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I KNOW you want to grow this species again, as you SHOULD! The trick is getting them to germinate. I think sowing on pure vermiculite is the best way...worry about the real media later...you'll have tons of motivation when you see a sprout.

....and then I kill them!
 
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....and then I kill them!

Well, friend, you have the added difficulty of living in a place where they could by no means survive without special treatment. :-(

Mine are growing outside right now...getting rained on and bathed in sun. I really am just letting God cultivate them, LOL!

My advice is sticking to things that you can grow well where you live.
 
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Not a Member: I am the author of the 2nd thread you are referring.
Pine trees are not always present, but they can acidify the soil. Unofortunately I have never checked the Ph of the soil, but it should be acidic, because you can always observ acid-soil lover plants in a community.

According to my observations, I can confirm this: "During our observations in its native habitat, we have never seen Drosophyllum growing in alkaline soils, despite several intensive searches at suitable places."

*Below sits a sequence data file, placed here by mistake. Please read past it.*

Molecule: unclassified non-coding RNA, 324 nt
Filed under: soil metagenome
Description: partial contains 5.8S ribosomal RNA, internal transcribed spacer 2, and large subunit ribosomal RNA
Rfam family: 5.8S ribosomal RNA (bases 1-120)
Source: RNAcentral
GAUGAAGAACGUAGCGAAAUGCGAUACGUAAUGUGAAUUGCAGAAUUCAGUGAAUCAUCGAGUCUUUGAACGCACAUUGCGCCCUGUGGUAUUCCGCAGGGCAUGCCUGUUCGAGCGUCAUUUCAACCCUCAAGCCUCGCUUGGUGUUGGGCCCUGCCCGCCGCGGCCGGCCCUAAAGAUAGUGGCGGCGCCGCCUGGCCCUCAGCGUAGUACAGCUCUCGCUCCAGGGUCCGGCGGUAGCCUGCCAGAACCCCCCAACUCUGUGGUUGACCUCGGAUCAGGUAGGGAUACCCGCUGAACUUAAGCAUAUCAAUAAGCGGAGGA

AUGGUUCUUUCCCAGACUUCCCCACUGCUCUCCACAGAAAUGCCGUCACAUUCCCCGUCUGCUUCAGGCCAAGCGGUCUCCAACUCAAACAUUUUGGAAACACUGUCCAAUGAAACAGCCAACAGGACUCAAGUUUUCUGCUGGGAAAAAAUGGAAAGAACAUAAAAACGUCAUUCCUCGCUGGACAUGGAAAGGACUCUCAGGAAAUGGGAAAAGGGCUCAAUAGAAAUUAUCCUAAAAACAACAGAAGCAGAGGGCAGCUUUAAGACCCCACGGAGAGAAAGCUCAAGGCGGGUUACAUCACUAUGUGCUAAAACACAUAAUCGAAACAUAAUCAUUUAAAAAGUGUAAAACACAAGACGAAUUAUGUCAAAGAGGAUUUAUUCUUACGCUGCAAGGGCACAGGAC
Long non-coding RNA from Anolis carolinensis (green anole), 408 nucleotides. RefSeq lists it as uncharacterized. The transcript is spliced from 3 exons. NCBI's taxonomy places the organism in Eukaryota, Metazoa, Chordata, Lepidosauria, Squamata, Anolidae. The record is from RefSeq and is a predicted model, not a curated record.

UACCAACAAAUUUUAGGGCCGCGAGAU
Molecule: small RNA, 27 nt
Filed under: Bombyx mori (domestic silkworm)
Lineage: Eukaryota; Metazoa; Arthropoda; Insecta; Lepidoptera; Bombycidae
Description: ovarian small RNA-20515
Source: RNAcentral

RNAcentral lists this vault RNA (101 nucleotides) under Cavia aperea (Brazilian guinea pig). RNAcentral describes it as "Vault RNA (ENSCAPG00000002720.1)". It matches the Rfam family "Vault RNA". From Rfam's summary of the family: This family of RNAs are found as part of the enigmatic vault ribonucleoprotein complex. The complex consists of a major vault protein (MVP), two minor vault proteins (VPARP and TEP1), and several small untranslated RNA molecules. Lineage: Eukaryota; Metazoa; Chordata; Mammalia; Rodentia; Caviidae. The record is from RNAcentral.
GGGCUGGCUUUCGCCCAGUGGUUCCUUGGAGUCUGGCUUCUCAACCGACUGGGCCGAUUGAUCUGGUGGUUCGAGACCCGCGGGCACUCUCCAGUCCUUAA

I have only seen DL in three natural habitats in Portugal, but the soil was more rocky, without limestone, but sandstone was observed two times of these localities.

Let me share some photos, taken last spring in Portugal just to show how is their surrounding and soil:


Drosophyllum lusitanicum growing under pine trees, sorrounded with rosemary and sandstone in the background
1.jpg


Sandstone, just some meters from plants
2.jpg


Heather-bell? (Erica cinerea?) Quite likely to observ together with D. lusitanicum. This heather likes acidic soils.
3.jpg


Drosophyllum and sandstone
4.jpg


DL with a dwarf oak tree
6.jpg


Drosophyllum with dried Erica flowers
7.jpg


Surface of the soil (quartz sand)
8.jpg


Shrubby environment with quartz sand
9.jpg


Flints with quartz sand
91.jpg


Rosemary
92.jpg


A different site, I found the plant with red sandstone in loamy soil
93.jpg



So if You guys are coming to Portugal, already known the signs to look for :)